Babylonians at the Gate—Daniel 1
In Daniel 1:1, we are told that “In the third year of the reign of Jehoiakim king of Judah, Nebuchadnezzar king of Babylon came to Jerusalem and besieged it. And the Lord gave Jehoiakim into his hand. Then the king ordered the chief of his officials to bring in some of the sons of Israel, including some of the royal family, youths with no defect, who were good looking, intelligent, educated, and talented to serve in the king’s court.”
Judah and Jerusalem became a vassal state to Babylon in 605 BC in order to avoid being destroyed by the conquering horde of Chaldeans from Babylon. This was the first of three invasions of Jerusalem that Nebuchadnezzar would make until in 586 BC the city was completely destroyed. In the first go-round in 605, a deal was struck for reparations to be paid, gold vessels from the Temple given, and hostages to be taken back to Babylon including the king of Judah. Among the hostages were some royal princes including Daniel and his three friends who were renamed Shadrach, Meshach, and Abednego. I wonder if we can even imagine the sudden reversal of fortune for the teenage Daniel? Can you imagine being a bright young man with an amazing future ahead of you, and then suddenly you become enslaved to an evil tyrant and drug off over a thousand miles to a new home in a foreign land to learn a new language?
Jerusalem would break the deal they made in 597 BC, as recorded in 2 Kings 24:8-16, so that Nebuch. (I will shorten his name from here on) came back and took the new king captive, and replaced him with Nebuch’s own king. Nebuch also took 10,000 more hostages back to Babylon along with all the valuables from the Temple in Jerusalem. He truly took the best and the brightest along with all the loot of King Solomon back to Babylon. Every step of the way the authors of the Bible let us know that this was all according to the plan of God to discipline Israel for its idolatry. Jerusalem rebelled again in 588 BC, and this time, after a long siege, Nebuch completely destroyed the city, the Temple, the walls, and all the buildings. Except for a few, all the surviving Jews were taken back to begin what historians call “The Babylonian Captivity” in 586 BC.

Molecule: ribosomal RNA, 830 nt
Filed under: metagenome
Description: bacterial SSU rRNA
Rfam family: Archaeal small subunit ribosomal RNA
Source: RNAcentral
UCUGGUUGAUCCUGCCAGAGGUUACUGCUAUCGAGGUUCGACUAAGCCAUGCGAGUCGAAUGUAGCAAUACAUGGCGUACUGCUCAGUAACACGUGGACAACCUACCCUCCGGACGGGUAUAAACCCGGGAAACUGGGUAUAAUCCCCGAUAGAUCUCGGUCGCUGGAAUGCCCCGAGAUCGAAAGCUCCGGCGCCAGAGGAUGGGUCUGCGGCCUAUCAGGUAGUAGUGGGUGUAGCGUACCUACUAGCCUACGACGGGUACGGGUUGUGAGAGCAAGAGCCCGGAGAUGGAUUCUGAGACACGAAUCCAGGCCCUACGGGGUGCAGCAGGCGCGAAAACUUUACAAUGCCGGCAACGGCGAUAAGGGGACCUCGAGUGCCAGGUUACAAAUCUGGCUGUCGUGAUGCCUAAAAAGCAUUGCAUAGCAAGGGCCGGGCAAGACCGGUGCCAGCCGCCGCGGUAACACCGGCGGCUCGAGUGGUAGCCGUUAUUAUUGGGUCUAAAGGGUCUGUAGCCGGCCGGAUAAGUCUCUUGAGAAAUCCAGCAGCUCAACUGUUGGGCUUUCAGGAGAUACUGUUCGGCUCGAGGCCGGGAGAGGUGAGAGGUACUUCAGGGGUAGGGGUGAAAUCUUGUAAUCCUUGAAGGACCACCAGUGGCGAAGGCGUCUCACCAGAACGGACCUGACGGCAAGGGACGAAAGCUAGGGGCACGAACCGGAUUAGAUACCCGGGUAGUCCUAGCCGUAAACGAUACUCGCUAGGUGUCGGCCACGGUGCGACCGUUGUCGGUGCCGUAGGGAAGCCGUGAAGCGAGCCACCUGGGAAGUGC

They Shouldda Seen it Coming
Before Israel ever came into the “promised land” they were warned by Moses about what would happen if they degenerated into idolatry. In Deuteronomy 28:15-68, Moses basically laid out the future of Israel. If they would not obey the Lord, and honor Him as God alone, and it was clear to Moses that they would not, then a very patient God would discipline them in three increasingly harsher periods of time. The first time of discipline is known as the time of the “Judges”. Moses laid out in Deut.28:15-35 a discipline of hard times in which foreign nations would subjugate them and loot their stuff. This period was approximately 1350-1050 BC. The second period of discipline predicted in Deut.28:36-63, lays out sieges of their capital cities ending in destruction and the people being carried off into captivity. This happened to the northern kingdom in 722 BC by the hands of Assyria, and then in 586 BC Jerusalem was destroyed by Babylon and the Jews were taken to Babylon.
In addition to Moses’ prophecies, God also sent many prophets to warn the people and the leaders. In Jerusalem’s case, Isaiah predicted around 700 BC that Babylon would eventually take all the treasure of Solomon from the Temple and destroy the city. At the time the world powers were Egypt and Assyria, so that was a very bold prediction. Closer to the time that it would happen, many prophets like Habakkuk and Jeremiah constantly warned the people of what was coming, but it always fell on deaf ears. In the case of Jeremiah, they just hired their own so called prophets to refute Jeremiah, and tell them what they wanted to hear.
Barbarians at the Gate
In 605 BC, during a time of prosperity and peace, Daniel was a young teenage Prince of Judah. His country had a mutual defense pact treaty with the two great powers in the known world—Egypt and Assyria, therefore Judah had nothing to worry about. Daniel was from the best family, he was handsome, athletic, bright, and he was a very good religious person. He had it made, his prospects were unlimited. He was free to do and be whatever he wanted. Then suddenly, unexpectedly, out of the blue, and quite undeservedly for Daniel; the most shocking and surprising bad news occurred—Babylonians at the Gate! News arrived that the combined forces of Egypt and Assyria were crushed by a fast moving Chaldean army from Babylon. General Nebuchadnezzar swept into the Middle East with his horde of warriors and was now at the gate of Jerusalem. Against such an imposing force, there was nothing for the king of Judah to do but go out and seek terms of surrender. Part of the deal he cut was for some of the “best and the brightest” young men to be taken as hostages to Babylon. Daniel was chosen to go. You can imagine what he was thinking, “Why me? How about those guys? Is there any way out? What did I do to deserve this?” The irony was that his personal excellence is what doomed him to be chosen.